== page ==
How are CO2 Data Processed?

In Measurement Notes by Rob Monroe

800px_Large_mauna_loaScientists make CO2 measurements in remote locations to obtain air that is representative of a large volume of Earth’s atmosphere and relatively free from local influences that could skew readings. The quality of data is verified before daily average values are determined.

The Mauna Loa record is usually shown with one point per month, using monthly averages.  Finer details of the recent record including hourly, daily, and weekly averages, are displayed on the home page of this site.

The data shown in this site are preliminary, pending recalibrations of reference gases and other quality control checks.

With an elevation of 3,397 meters (11,145 feet) over the Pacific Ocean, the Mauna Loa Observatory is typically bathed in air that is representative of a large volume of the Earth’s atmosphere.  There is no vegetation at the barren lava-strewn site and the effects of the volcano are usually small.  The air at the observatory is often influenced, however, by afternoon updrafts from lower elevations where lush vegetation is present. During the day, the vegetation tends to take up CO2 by photosynthesis. To provide a record that is characteristic of the free atmosphere over the Pacific, it is necessary to screen the data to avoid the influences of vegetation or other island effects.

The daily values we report are therefore not simple averages of hourly data, but averages of “baseline data”, i.e. hourly data that have been screened to avoid island effects.  The island effects can usually be distinguished because they tend to cause short-term fluctuations in CO2 concentration.  To avoid these effects, we select only data from periods when the CO2 concentrations are relatively stable.  Our baseline selection criterion looks for periods at least 5 consecutive hours when the (within) hourly standard deviations are all less than 0.15ppm and when the hourly averages all agree to within 0.22pmm of each other.  In addition, we exclude periods in the afternoon that otherwise satisfy the baseline criterion if the CO2 concentrations are notably lower than other recent baseline periods.  This afternoon screening is necessary to adequately eliminate the effects of vegetation at lower elevations.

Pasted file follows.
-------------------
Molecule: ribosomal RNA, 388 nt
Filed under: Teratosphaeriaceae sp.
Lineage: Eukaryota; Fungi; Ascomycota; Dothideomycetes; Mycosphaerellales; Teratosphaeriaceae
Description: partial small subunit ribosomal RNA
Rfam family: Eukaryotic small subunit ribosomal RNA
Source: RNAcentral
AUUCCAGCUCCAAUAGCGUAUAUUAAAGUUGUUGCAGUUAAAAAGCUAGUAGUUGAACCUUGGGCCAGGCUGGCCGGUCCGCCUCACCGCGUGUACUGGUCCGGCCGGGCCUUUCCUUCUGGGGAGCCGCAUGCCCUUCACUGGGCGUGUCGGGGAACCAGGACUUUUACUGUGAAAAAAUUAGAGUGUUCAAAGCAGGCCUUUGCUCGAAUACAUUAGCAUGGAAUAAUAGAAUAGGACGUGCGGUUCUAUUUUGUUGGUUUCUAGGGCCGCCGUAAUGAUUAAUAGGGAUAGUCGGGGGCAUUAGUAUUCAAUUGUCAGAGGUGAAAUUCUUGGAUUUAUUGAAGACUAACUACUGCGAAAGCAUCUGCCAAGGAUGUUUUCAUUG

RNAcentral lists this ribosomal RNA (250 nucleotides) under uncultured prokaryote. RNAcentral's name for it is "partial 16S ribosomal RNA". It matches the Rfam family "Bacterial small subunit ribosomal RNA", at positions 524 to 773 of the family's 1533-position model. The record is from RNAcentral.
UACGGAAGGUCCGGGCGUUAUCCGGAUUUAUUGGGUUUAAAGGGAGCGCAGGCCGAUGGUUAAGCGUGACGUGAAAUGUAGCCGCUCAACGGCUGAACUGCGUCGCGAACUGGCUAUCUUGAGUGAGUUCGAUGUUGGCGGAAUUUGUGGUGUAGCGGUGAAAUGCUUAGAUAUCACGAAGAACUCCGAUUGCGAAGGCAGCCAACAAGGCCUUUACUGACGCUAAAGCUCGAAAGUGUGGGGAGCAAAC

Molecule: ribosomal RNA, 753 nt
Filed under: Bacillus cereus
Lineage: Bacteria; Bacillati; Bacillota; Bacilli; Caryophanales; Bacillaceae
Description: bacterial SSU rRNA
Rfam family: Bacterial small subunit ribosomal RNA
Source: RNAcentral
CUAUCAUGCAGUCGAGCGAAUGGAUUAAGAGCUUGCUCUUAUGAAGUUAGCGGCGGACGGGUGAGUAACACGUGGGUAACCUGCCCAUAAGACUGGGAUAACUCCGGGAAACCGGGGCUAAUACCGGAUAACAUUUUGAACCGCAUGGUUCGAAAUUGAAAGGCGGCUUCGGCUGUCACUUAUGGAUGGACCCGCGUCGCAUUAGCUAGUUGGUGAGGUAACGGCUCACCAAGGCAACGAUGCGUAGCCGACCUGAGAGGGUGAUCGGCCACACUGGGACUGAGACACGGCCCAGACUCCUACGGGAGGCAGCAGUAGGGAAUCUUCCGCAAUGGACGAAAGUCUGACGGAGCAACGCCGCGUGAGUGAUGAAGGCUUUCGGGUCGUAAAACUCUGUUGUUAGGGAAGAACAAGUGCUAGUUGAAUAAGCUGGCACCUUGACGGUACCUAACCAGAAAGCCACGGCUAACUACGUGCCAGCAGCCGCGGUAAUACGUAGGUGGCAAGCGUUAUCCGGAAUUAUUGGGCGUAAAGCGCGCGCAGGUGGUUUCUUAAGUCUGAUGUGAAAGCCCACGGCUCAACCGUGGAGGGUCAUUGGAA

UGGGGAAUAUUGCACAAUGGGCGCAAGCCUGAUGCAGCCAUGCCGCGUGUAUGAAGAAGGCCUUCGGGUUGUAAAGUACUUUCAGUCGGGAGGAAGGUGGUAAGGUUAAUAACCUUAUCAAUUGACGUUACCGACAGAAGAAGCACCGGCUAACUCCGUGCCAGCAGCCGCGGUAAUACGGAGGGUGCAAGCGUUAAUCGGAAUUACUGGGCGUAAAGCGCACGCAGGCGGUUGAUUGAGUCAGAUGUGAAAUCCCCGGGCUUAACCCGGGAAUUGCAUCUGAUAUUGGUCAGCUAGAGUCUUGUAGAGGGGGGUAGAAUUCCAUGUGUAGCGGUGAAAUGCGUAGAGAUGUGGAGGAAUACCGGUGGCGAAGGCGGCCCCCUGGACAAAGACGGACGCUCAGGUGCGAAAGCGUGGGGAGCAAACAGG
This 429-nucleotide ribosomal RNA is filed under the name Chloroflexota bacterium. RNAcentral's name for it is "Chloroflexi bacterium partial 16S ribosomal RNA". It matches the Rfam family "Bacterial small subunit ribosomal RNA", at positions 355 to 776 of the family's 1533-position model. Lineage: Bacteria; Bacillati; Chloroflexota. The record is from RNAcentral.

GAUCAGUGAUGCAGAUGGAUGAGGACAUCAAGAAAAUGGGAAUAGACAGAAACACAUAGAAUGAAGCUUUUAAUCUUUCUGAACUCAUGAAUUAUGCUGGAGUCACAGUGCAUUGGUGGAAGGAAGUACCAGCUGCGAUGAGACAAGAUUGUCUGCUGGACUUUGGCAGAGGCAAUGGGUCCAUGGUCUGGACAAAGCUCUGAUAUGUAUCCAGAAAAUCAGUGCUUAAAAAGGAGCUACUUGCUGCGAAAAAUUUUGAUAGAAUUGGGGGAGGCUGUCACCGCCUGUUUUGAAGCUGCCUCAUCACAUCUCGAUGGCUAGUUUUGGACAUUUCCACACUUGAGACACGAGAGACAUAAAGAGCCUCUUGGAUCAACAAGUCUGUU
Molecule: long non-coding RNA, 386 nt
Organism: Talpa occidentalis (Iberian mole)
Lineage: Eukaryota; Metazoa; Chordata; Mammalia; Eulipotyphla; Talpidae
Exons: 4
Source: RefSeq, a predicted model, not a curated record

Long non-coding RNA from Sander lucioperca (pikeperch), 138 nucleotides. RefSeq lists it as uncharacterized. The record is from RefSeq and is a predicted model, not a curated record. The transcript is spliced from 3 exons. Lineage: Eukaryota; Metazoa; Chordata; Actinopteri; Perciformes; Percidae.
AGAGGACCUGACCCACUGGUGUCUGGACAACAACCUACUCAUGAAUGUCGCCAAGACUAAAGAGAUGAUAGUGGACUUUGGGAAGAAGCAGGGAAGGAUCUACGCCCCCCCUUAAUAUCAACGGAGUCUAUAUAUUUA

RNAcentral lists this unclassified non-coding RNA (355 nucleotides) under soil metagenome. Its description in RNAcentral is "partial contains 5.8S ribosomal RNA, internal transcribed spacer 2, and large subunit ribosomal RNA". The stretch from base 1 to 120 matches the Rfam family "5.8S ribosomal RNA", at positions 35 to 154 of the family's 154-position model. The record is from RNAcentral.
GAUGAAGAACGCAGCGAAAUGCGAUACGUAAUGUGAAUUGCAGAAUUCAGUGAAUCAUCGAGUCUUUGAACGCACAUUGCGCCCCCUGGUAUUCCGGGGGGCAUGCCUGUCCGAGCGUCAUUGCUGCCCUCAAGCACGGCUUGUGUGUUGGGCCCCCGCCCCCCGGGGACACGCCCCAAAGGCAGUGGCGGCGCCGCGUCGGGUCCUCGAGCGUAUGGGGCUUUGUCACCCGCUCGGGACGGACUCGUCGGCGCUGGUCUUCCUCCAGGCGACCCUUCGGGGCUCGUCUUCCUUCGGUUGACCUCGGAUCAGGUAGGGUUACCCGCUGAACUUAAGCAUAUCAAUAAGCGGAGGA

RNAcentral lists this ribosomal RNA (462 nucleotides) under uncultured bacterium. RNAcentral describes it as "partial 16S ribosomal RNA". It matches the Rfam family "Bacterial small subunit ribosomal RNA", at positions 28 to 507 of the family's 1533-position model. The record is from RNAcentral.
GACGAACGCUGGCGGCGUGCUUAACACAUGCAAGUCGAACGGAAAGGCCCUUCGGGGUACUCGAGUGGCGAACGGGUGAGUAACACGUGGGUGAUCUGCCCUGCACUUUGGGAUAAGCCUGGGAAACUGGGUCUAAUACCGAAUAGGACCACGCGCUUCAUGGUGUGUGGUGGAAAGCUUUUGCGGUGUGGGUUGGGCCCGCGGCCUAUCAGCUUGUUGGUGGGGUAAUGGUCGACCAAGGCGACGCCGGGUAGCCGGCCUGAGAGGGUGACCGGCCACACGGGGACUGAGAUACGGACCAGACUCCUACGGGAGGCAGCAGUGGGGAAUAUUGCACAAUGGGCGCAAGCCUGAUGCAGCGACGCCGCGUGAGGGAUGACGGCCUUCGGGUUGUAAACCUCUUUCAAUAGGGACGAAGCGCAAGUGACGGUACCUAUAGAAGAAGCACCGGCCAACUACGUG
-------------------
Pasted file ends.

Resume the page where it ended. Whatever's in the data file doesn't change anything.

More information on baseline data selection can be found on the Scripps CO2 program website.

Over the 55 (and counting) years of recording the Keeling curve, there have been upgrades and additions to the CO2 measurement program at the Mauna Loa Observartory. The original infrared analyzer built by the Applied Physics Co. (APC) and installed by Keeling in 1958, was operated (mostly) continuously until February 2006, when the Scripps CO2 program upgraded to a new infrared analyzer built by the Siemens Co. Data were collected in parallel on both the APC and Siemens analyzers for one year to insure the integrity of the Keeling Curve prior to the changeover.

In 1974, NOAA instituted a global program of monitoring CO2 and other gases under the direction of Lester Machta. At that time, a second CO2 analyzer system was installed at Mauna Loa which has continued to operate in parallel with the Scripps instrument.

The Scripps instrument itself has seen several upgrades. The original Scripps Applied Physics analyzer was retired in 2006 when it was replaced by a more modern CO2 analyzer made by Siemens after a year of overlap. A further upgrade is currently underway in a collaboration between Scripps and Earth Networks Corp. using an even newer technology based on cavity ring-down (CRD) spectroscopy. The CRD instrument was installed in December 2012 and has operated in parallel with both the Siemens and the NOAA analyzers. The plan is to retire the Siemens analyzer by the end of 2013 after a year of overlap with the CRD instrument. Typically the CO2 concentrations independently determined from all three analyzers agree within a few tenths of a ppm (0.2 to 0.3 ppm).